This video introduces the behavioral ethics bias known as loss aversion. We hate losses about twice as much as we enjoy gains, meaning we are more likely to act unethically to avoid a “loss” than to secure a “gain.” This phenomenon is known as loss aversion and must be guarded against.
People can relate to the notion that loss aversion has an impact on tax cheating. People will cheat more to avoid a loss than to secure a gain. So, if they have over-withheld, they are less likely to cheat in order to obtain a larger tax refund (which they view as a gain) than they are to cheat if they have under-withheld and are trying to avoid making a tax payment (which they view as a loss).
Students can usually grasp the idea of loss aversion and relate to it in their everyday lives. A student is more likely to cheat to avoid flunking out of school (a loss) than to move from a B to an A (a gain), unless the student has a 4.0 GPA and views the potential B as a loss.
In life, loss aversion often means that people who have made mistakes and perhaps even violated the law through carelessness or inattention often will, upon realizing that fact, take their first consciously wrongful step in order to attempt to ensure that the mistake is not discovered and they do not lose their job or their reputation. They will lie, they will shred, and they will obstruct justice.
In business, loss aversion also means that firms that are performing well, but not as well as they expected to or as well as others expected them to, may engage in unethical behavior because they frame their act of profiting (but not profiting as much as expected) as a loss rather than a gain.
Loss aversion is related to the behavioral ethics concept of framing because the same situation can often be framed as a potential loss or a potential gain, and the difference in framing can definitely affect people’s decisions. To learn more about this concept, watch Framing.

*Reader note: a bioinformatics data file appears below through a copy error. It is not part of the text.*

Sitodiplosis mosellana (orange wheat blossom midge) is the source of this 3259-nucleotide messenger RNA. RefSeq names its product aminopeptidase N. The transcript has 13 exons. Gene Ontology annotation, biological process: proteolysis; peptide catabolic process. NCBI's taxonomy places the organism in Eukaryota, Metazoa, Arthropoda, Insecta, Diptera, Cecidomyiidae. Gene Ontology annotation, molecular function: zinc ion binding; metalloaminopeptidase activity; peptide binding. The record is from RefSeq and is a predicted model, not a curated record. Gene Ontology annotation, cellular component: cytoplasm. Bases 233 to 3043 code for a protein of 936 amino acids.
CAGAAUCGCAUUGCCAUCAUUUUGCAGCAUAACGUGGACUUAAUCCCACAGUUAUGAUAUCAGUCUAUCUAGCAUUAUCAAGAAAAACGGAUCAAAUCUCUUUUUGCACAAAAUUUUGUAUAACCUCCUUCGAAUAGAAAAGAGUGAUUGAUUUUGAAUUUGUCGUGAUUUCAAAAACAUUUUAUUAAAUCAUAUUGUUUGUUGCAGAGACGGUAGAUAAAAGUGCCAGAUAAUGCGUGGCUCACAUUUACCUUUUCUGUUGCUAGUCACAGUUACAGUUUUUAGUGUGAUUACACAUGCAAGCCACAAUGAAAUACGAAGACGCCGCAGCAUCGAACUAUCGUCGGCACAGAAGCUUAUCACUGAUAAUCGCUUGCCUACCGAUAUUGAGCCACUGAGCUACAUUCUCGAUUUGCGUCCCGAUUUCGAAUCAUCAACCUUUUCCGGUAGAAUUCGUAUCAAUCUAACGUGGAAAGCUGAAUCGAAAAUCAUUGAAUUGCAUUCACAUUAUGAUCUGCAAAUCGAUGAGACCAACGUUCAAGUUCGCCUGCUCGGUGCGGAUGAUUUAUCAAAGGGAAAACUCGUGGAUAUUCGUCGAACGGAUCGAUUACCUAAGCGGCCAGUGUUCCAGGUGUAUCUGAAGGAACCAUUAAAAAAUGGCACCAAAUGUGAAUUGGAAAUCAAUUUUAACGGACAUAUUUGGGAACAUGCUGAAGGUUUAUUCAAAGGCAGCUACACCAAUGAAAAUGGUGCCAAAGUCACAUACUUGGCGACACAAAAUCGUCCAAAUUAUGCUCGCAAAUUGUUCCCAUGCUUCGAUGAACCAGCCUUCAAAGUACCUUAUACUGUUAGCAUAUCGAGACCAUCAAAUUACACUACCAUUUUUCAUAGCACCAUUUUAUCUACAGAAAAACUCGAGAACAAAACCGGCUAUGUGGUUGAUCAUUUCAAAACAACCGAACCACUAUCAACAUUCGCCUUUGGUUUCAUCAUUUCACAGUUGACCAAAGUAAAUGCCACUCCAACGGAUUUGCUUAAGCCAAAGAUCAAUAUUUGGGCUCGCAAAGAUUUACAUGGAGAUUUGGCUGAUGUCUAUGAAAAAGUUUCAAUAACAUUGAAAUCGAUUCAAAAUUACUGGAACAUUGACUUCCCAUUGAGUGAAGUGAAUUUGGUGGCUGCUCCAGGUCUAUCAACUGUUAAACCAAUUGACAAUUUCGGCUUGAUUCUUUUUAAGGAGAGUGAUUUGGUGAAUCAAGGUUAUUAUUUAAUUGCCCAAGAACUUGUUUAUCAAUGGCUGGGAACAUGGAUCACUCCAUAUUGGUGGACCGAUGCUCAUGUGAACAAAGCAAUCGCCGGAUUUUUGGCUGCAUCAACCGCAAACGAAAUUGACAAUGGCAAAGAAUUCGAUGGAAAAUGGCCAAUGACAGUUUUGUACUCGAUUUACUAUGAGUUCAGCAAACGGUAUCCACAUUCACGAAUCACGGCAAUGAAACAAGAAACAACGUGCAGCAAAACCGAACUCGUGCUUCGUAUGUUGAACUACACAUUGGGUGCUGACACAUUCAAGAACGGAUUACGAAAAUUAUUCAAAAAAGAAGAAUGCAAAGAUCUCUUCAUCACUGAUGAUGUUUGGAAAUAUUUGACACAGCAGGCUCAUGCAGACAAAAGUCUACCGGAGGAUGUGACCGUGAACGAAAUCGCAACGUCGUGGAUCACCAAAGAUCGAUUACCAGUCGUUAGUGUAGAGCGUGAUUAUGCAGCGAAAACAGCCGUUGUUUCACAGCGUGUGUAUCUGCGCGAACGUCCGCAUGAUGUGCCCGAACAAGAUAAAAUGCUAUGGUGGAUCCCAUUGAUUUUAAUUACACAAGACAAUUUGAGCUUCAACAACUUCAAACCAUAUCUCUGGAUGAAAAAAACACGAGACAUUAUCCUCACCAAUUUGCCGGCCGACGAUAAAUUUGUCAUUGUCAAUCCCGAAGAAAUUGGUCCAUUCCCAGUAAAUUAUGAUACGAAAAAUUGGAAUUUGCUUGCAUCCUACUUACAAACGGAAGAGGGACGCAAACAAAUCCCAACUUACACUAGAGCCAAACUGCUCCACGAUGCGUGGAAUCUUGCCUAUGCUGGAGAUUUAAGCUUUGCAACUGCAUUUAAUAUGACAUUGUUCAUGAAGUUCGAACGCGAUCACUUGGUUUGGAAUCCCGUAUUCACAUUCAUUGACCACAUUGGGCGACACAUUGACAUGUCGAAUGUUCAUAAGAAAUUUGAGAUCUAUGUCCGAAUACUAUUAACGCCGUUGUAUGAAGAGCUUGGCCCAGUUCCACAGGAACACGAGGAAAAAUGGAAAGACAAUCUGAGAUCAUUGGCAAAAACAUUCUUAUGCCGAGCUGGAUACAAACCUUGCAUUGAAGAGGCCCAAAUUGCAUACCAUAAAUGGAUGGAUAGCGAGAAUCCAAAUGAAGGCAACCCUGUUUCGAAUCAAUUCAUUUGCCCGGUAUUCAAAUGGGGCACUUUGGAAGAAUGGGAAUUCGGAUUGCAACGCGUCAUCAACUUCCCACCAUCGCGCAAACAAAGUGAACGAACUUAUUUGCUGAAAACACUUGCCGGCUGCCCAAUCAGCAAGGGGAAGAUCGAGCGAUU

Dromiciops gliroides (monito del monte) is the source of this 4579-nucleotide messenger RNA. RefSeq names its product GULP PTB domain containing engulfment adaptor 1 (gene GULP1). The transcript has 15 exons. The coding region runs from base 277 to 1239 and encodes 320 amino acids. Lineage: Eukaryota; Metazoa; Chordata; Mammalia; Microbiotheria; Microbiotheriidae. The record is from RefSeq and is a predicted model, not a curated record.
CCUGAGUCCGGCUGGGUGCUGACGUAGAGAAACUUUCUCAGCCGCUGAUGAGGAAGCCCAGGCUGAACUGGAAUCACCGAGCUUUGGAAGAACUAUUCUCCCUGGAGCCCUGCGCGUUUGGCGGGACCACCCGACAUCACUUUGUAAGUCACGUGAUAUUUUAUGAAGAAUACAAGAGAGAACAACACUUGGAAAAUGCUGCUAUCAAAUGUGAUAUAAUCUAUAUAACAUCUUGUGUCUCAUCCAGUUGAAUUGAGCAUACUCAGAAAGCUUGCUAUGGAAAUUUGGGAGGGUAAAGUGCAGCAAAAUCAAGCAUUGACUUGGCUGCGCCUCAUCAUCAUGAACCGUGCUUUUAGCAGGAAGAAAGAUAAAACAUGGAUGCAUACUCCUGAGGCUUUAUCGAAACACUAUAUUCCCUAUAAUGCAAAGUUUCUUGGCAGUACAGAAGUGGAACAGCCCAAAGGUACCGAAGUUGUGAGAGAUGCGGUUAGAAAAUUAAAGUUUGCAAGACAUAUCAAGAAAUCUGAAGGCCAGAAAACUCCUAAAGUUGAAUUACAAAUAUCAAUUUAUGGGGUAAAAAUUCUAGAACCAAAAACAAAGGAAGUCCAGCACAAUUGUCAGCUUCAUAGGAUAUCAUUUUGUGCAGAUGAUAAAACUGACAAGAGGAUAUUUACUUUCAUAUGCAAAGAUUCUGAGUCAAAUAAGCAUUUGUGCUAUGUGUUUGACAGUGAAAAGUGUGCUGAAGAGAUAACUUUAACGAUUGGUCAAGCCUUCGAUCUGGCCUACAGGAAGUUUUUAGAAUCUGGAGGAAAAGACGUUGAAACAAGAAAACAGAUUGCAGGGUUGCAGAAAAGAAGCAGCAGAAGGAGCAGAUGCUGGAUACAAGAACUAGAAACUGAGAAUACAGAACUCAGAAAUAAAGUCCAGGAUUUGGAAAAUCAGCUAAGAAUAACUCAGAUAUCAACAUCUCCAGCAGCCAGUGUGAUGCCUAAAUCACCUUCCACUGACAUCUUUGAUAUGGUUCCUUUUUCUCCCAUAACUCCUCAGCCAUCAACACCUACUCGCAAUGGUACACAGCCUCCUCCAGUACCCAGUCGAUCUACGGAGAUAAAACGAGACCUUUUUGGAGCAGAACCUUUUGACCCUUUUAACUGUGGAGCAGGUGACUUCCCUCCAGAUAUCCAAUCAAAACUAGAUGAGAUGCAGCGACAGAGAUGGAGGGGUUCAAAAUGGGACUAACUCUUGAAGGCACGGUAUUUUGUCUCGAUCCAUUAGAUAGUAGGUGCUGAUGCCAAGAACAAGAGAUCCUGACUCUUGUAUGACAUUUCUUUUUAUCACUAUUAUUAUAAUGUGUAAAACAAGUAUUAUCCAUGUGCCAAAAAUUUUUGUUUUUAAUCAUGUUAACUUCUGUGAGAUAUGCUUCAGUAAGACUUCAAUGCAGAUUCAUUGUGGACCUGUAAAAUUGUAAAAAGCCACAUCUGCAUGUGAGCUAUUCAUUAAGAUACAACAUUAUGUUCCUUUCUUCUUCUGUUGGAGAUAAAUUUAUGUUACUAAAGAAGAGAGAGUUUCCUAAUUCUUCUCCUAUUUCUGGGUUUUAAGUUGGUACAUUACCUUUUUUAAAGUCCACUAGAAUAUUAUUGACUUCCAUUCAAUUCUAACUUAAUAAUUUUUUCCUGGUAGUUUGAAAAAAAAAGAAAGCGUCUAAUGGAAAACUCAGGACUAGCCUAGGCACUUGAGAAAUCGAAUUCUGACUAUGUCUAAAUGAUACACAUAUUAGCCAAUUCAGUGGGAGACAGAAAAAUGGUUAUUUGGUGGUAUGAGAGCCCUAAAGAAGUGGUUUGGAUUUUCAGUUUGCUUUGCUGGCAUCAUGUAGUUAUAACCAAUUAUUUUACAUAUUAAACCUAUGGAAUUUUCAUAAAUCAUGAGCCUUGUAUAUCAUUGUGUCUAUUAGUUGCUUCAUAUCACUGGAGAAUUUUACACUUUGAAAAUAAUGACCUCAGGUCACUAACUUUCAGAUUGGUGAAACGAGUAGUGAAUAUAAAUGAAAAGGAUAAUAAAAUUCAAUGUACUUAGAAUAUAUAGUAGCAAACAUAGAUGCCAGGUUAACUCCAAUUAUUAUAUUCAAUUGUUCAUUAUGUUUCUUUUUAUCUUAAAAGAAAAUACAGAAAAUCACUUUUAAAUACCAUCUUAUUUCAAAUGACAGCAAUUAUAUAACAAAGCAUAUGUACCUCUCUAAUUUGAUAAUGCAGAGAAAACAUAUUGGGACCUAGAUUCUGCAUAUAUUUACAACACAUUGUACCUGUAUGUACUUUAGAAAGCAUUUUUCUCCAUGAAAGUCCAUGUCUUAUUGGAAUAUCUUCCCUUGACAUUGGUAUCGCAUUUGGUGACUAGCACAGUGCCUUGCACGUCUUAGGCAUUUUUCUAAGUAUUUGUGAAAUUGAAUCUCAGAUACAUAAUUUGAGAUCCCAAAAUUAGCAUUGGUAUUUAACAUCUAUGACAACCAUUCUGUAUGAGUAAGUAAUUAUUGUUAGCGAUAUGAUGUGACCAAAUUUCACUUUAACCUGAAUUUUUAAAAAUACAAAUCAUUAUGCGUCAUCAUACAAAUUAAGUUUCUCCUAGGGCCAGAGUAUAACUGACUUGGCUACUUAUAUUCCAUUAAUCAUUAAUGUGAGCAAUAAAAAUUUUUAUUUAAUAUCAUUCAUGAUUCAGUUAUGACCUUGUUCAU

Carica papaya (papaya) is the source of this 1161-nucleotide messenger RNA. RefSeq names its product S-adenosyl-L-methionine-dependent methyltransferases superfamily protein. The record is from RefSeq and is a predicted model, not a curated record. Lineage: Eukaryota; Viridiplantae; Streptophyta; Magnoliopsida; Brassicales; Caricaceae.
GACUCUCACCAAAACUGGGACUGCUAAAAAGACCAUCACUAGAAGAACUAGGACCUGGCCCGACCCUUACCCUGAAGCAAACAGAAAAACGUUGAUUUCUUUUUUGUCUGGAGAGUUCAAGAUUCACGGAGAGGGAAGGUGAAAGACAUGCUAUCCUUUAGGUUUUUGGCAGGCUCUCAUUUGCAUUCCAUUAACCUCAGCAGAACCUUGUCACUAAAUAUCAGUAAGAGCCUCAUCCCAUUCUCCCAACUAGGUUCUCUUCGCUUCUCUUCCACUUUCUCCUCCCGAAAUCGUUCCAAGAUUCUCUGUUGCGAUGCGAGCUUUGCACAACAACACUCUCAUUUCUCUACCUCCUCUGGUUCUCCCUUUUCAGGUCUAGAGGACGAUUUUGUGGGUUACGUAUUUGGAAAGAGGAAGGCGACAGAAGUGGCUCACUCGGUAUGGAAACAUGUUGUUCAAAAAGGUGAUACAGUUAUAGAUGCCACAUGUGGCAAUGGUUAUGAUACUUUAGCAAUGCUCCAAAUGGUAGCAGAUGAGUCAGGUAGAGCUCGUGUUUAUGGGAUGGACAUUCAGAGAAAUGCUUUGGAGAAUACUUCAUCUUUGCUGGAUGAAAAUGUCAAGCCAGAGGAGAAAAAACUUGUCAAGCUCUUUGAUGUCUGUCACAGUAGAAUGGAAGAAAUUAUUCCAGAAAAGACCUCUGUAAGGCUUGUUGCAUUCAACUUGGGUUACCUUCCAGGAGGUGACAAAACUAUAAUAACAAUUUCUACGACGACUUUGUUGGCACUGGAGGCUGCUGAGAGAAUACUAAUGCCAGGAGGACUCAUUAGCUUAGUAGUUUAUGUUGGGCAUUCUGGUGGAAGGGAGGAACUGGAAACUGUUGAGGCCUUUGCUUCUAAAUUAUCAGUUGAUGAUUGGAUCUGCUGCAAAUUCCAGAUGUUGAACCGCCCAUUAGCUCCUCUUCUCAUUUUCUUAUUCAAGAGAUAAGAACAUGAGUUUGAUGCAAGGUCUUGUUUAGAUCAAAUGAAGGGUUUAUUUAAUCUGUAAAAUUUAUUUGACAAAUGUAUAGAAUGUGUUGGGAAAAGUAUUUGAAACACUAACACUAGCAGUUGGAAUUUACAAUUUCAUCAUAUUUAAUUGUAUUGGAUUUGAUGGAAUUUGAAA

To learn more about how the ethical dimensions of decisions can fade from view, watch Ethical Fading.
The case study on this page, “The Collapse of Barings Bank,” details an extreme case of loss aversion when investment banker Nick Leeson, faced with growing losses, took big risks in attempt to get out from under the losses with dyer effects. For a related case study about the famed fall of a major energy company due to dubious practices, read “Selling Enron.”
Terms defined in our ethics glossary that are related to the video and case studies include: ethical fading, framing, loss aversion, moral cognition, and moral emotions.
Behavioral ethics draws upon behavioral psychology, cognitive science, evolutionary biology, and related disciplines to determine how and why people make the ethical and unethical decisions that they do. Much behavioral ethics research addresses the question of why good people do bad things. Many behavioral ethics concepts are explored in detail in Concepts Unwrapped, as well as in the video case study In It to Win: The Jack Abramoff Story. Anyone who watches all (or even a good part) of these videos will have a solid introduction to behavioral ethics.